Dear Snow Sport Enthusiast:


Confirmation Information
COVID-19 Protocols
Discount Ski Pass Information
Class Schedule
Cancellation Policies
Best Practices for Winter Sports

Confirmation Information:
Your receipt was your confirmation when you registered electronically.
Please contact SKIBACS at or (206) 400-7542 if you did not receive it.




Cancellation of Lessons
The weather conditions in the mountains may force us to cancel class. If we have enough advanced notice we will try to post lesson cancellations recorded on the SKIBACS receptionist line, 206-400-7542 or sign up to receive SMS notices on your mobile phone. Please call before leaving, even if the weather looks good down in town. Cancelled classes will be made up the week following our last normally scheduled class. Also, do not ‘assume’ classes are cancelled, if it is raining and storming in town. Often, it may be coming down as snow at the mountain, and we love skiing while it’s snowing. Again, simply call beforehand or sign up to use our SMS system. At times, the road closes, or conditions change too close to the lesson start time for us to get notice out. We apologize in advance for not being able to notify you in these cases, but be forewarned that this is a mountain sport, and that unfortunate circumstance comes with the territory.

SMS System
This is a great, easy to use service, where we can send the quickest status for lesson changes to your cell phone. See the information box on the bottom of our home page to sign up.


To be clear, SKIBACS operates out of Summit at Snoqualmie CENTRAL.
Snoqualmie ski area is actually several ski areas that are apart from each other. Each year, some folks go to the wrong area, usually Summit, West. So if you see a gas station nearby, or a hotel, those are over by Summit, West. Keep driving south/east on the Route 906 access road for another mile or so, and you’ll come up on Central.

Look for CENTRAL sign.
Maps & Directions:
Summit Central is located on Snoqualmie Pass. Take Exit 53 off of I-90; turn west (right) to a “T” intersection, then turn south (left).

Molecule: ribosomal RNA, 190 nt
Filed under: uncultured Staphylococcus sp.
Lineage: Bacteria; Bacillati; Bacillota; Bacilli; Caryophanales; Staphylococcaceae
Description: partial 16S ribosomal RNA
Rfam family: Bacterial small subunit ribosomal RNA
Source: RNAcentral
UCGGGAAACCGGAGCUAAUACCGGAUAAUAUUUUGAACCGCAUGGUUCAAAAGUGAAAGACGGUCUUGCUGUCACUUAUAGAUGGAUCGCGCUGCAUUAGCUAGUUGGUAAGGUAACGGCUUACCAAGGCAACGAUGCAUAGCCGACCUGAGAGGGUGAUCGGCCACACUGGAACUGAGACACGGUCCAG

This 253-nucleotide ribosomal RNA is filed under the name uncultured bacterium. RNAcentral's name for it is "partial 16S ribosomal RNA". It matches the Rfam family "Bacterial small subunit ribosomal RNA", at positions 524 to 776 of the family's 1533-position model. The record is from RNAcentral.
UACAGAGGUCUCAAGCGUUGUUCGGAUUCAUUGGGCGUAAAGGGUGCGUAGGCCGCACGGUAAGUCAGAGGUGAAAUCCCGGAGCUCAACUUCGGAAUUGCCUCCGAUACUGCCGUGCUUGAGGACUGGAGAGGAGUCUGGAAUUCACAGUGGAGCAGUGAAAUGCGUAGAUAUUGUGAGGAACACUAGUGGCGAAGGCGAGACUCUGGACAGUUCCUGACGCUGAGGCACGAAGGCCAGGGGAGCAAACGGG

Best Practices for Winter Sports Activities in the Mountains:
General Clothing Principles

Weather in the mountains changes quickly, so always be prepared. Keep in mind that the weather can range from below zero to very warm, from sunshine to snow or rain, thus dressing in layers allows the best flexibility. Cotton clothing should be avoided, and in no case should anyone wear cotton gloves, hats or socks.

Yes, this is the Pacific Northwest and we’ll ski/ride even if it’s a light rain.

Base Layer: thermal, long sleeved underwear; fabrics that wick sweat away from the body is best.
Insulating Layer: turtleneck or sweater with lofting properties like wool or polypro fleece.
Outer Layer: wind- and rain-proof pants and parka (consider carrying an additional cheap rain slicker if it’s really soggy).
Extremities: water resistant gloves or mittens, wool hat and socks, well-fitting goggles and a face mask!
Bring: Sun-block and sunglasses.
Parents – the little ones lose heat much faster than adults, therefore well-covered extremities (head and hands – NO cotton gloves) are essential to keeping them warm overall. Generally, layering is the key for everyone.

We expect students to come to class with properly selected and adjusted equipment. Your instructor will teach students, particularly beginners, how to put on the skis and snowboards. However, your instructor will not be equipped to make adjustments to your equipment. This is particularly true of binding adjustments. If you have a persistent problem, your instructor will send you to the area shop. The shop will probably charge a modest fee. If your skis or snowboard have not been tuned (bases waxed or edges sharpened) for a long while, this can, depending on the conditions, seriously hamper your success on snow. Please make an effort to visit a shop to have this taken care of. It can also be a good time to have your bindings properly checked and adjusted if you have not done so recently.
Snowboarders – please be sure to check that you have a leash (all boards must have a board runaway preventive device) with you board and/or boots. Also, a stomp pad (a small piece of rubber glued onto the board right in front of the back binding) is a necessity. Do not leave the shop without one mounted to your board.
Some studies have correlated a reduction in number and severity of wrist injuries while snowboarding with wearing wrist guards. Although not required for lessons, it’s left to the individual to decide upon this level of protection.
Parents – we allow children to use ski poles in our lessons, although the instructor may have the poles set aside at certain times so that the children do not improperly rely on them.
Helmets – we encourage the use of helmets. Although not a requirement for lesson, falls and collisions are a reality of our mountain sport, and reducing the chances of a concussion is an unarguably good thing. Besides, ski/snowboard helmets take the place of ski hats, keeping heads warm and dry on snowy days.